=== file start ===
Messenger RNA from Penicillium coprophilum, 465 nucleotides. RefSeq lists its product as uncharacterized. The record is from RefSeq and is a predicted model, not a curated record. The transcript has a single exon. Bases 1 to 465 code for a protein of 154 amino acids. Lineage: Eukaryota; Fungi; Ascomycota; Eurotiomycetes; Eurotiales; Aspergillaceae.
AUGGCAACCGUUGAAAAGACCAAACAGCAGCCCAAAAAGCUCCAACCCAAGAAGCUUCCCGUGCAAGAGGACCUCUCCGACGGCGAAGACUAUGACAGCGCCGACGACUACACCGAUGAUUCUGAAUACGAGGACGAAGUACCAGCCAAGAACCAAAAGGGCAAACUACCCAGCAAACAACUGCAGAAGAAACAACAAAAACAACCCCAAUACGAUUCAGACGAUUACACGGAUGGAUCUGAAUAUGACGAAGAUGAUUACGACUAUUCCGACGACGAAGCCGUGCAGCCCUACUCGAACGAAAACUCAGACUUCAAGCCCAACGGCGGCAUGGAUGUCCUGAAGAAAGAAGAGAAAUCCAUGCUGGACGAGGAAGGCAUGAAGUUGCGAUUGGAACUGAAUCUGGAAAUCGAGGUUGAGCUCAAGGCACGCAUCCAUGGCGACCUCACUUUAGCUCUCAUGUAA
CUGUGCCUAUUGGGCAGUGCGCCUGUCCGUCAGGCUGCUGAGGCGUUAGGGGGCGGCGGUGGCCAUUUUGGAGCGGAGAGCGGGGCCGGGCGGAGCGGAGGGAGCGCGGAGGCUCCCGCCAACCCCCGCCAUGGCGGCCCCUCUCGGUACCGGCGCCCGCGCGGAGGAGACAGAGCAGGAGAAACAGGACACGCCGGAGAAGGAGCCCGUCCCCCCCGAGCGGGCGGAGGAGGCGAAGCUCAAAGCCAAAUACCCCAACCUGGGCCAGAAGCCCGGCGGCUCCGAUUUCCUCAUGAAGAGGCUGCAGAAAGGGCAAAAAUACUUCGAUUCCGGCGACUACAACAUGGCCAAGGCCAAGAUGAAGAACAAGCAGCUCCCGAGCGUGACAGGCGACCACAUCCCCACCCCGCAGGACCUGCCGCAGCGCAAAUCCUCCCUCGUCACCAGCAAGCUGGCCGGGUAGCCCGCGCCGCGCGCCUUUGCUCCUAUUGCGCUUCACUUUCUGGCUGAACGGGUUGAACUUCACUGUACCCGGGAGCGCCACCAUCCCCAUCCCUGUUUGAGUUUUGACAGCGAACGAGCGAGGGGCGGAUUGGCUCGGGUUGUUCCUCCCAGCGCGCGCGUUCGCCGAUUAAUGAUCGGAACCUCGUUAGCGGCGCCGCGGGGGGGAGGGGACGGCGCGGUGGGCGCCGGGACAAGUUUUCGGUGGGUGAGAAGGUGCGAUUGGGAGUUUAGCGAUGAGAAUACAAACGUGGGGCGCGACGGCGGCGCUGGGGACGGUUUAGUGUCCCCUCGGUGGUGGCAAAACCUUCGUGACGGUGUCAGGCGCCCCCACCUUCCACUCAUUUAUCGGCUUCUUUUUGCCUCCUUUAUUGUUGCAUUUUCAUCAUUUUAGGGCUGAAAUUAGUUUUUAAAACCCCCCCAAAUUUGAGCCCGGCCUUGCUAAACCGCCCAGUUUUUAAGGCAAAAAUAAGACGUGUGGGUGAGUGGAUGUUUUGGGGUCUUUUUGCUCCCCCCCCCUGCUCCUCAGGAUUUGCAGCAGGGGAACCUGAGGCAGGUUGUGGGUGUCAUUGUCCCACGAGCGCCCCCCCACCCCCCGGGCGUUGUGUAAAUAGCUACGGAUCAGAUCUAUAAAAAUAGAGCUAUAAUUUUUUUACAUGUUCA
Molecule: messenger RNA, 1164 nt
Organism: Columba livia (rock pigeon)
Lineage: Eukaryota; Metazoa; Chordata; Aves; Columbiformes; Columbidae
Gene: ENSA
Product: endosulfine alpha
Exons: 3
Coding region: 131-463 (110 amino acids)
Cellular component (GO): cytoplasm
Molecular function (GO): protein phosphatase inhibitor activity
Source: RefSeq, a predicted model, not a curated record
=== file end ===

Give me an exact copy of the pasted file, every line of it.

Messenger RNA from Penicillium coprophilum, 465 nucleotides. RefSeq lists its product as uncharacterized. The record is from RefSeq and is a predicted model, not a curated record. The transcript has a single exon. Bases 1 to 465 code for a protein of 154 amino acids. Lineage: Eukaryota; Fungi; Ascomycota; Eurotiomycetes; Eurotiales; Aspergillaceae.
AUGGCAACCGUUGAAAAGACCAAACAGCAGCCCAAAAAGCUCCAACCCAAGAAGCUUCCCGUGCAAGAGGACCUCUCCGACGGCGAAGACUAUGACAGCGCCGACGACUACACCGAUGAUUCUGAAUACGAGGACGAAGUACCAGCCAAGAACCAAAAGGGCAAACUACCCAGCAAACAACUGCAGAAGAAACAACAAAAACAACCCCAAUACGAUUCAGACGAUUACACGGAUGGAUCUGAAUAUGACGAAGAUGAUUACGACUAUUCCGACGACGAAGCCGUGCAGCCCUACUCGAACGAAAACUCAGACUUCAAGCCCAACGGCGGCAUGGAUGUCCUGAAGAAAGAAGAGAAAUCCAUGCUGGACGAGGAAGGCAUGAAGUUGCGAUUGGAACUGAAUCUGGAAAUCGAGGUUGAGCUCAAGGCACGCAUCCAUGGCGACCUCACUUUAGCUCUCAUGUAA
CUGUGCCUAUUGGGCAGUGCGCCUGUCCGUCAGGCUGCUGAGGCGUUAGGGGGCGGCGGUGGCCAUUUUGGAGCGGAGAGCGGGGCCGGGCGGAGCGGAGGGAGCGCGGAGGCUCCCGCCAACCCCCGCCAUGGCGGCCCCUCUCGGUACCGGCGCCCGCGCGGAGGAGACAGAGCAGGAGAAACAGGACACGCCGGAGAAGGAGCCCGUCCCCCCCGAGCGGGCGGAGGAGGCGAAGCUCAAAGCCAAAUACCCCAACCUGGGCCAGAAGCCCGGCGGCUCCGAUUUCCUCAUGAAGAGGCUGCAGAAAGGGCAAAAAUACUUCGAUUCCGGCGACUACAACAUGGCCAAGGCCAAGAUGAAGAACAAGCAGCUCCCGAGCGUGACAGGCGACCACAUCCCCACCCCGCAGGACCUGCCGCAGCGCAAAUCCUCCCUCGUCACCAGCAAGCUGGCCGGGUAGCCCGCGCCGCGCGCCUUUGCUCCUAUUGCGCUUCACUUUCUGGCUGAACGGGUUGAACUUCACUGUACCCGGGAGCGCCACCAUCCCCAUCCCUGUUUGAGUUUUGACAGCGAACGAGCGAGGGGCGGAUUGGCUCGGGUUGUUCCUCCCAGCGCGCGCGUUCGCCGAUUAAUGAUCGGAACCUCGUUAGCGGCGCCGCGGGGGGGAGGGGACGGCGCGGUGGGCGCCGGGACAAGUUUUCGGUGGGUGAGAAGGUGCGAUUGGGAGUUUAGCGAUGAGAAUACAAACGUGGGGCGCGACGGCGGCGCUGGGGACGGUUUAGUGUCCCCUCGGUGGUGGCAAAACCUUCGUGACGGUGUCAGGCGCCCCCACCUUCCACUCAUUUAUCGGCUUCUUUUUGCCUCCUUUAUUGUUGCAUUUUCAUCAUUUUAGGGCUGAAAUUAGUUUUUAAAACCCCCCCAAAUUUGAGCCCGGCCUUGCUAAACCGCCCAGUUUUUAAGGCAAAAAUAAGACGUGUGGGUGAGUGGAUGUUUUGGGGUCUUUUUGCUCCCCCCCCCUGCUCCUCAGGAUUUGCAGCAGGGGAACCUGAGGCAGGUUGUGGGUGUCAUUGUCCCACGAGCGCCCCCCCACCCCCCGGGCGUUGUGUAAAUAGCUACGGAUCAGAUCUAUAAAAAUAGAGCUAUAAUUUUUUUACAUGUUCA
Molecule: messenger RNA, 1164 nt
Organism: Columba livia (rock pigeon)
Lineage: Eukaryota; Metazoa; Chordata; Aves; Columbiformes; Columbidae
Gene: ENSA
Product: endosulfine alpha
Exons: 3
Coding region: 131-463 (110 amino acids)
Cellular component (GO): cytoplasm
Molecular function (GO): protein phosphatase inhibitor activity
Source: RefSeq, a predicted model, not a curated record